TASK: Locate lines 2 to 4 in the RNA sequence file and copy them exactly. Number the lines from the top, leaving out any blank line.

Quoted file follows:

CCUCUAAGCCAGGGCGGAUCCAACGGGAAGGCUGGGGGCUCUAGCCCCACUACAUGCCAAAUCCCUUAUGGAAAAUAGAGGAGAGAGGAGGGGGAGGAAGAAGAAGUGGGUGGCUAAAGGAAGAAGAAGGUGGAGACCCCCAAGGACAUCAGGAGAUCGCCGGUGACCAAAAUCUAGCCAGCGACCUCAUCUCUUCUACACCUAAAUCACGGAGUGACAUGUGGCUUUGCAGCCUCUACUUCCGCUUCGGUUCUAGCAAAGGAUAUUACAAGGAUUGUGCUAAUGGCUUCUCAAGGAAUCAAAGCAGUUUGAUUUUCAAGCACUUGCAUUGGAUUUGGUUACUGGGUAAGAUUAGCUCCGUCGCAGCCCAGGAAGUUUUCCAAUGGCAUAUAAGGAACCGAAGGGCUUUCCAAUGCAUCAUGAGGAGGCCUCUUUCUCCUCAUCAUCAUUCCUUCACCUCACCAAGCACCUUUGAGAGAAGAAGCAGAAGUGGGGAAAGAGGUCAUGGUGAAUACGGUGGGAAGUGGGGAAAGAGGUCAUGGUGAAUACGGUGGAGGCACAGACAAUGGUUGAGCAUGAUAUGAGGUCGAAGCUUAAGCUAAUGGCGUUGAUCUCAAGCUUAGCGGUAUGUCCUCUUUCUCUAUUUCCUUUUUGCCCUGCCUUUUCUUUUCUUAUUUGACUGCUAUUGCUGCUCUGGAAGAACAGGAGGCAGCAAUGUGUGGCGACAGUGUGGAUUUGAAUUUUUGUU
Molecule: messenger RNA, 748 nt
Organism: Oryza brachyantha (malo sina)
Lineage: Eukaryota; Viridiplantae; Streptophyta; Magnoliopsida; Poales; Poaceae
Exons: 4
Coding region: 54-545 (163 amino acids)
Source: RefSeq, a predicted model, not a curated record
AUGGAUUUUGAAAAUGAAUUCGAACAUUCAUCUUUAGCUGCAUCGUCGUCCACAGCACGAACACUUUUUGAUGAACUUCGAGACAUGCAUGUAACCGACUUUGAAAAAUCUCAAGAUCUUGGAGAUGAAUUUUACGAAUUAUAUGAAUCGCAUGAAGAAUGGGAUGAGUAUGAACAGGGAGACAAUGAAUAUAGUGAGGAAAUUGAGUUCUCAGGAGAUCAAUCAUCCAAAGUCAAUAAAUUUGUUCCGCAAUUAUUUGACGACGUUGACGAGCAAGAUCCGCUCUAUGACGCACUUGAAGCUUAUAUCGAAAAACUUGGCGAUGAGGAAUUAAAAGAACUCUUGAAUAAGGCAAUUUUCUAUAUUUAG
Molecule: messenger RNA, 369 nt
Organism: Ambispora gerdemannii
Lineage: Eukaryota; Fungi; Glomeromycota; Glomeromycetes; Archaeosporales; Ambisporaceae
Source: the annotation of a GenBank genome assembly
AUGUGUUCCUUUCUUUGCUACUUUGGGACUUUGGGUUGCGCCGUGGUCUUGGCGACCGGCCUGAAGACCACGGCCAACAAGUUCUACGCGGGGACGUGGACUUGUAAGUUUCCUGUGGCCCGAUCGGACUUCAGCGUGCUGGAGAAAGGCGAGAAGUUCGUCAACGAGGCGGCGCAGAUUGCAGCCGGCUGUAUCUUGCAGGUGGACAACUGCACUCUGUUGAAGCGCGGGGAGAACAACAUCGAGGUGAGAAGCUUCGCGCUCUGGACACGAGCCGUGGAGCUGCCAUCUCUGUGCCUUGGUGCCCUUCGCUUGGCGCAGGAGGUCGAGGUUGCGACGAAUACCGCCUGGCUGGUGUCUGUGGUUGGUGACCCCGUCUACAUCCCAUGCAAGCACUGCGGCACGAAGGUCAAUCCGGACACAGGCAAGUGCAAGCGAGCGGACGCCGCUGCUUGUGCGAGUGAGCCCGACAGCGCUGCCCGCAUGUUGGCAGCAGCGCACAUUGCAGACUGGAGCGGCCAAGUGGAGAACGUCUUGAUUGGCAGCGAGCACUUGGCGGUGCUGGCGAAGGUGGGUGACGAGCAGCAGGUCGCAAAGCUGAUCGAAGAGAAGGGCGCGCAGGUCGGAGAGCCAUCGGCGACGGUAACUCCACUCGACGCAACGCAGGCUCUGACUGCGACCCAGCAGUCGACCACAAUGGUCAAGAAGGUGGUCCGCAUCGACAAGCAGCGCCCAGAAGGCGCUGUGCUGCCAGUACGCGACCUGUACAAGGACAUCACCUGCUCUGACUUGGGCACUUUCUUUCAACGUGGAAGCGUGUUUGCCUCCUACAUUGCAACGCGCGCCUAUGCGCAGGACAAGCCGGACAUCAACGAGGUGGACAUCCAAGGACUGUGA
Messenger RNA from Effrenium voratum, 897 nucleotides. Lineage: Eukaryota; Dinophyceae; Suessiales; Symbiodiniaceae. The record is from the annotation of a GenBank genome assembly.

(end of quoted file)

Molecule: messenger RNA, 748 nt
Organism: Oryza brachyantha (malo sina)
Lineage: Eukaryota; Viridiplantae; Streptophyta; Magnoliopsida; Poales; Poaceae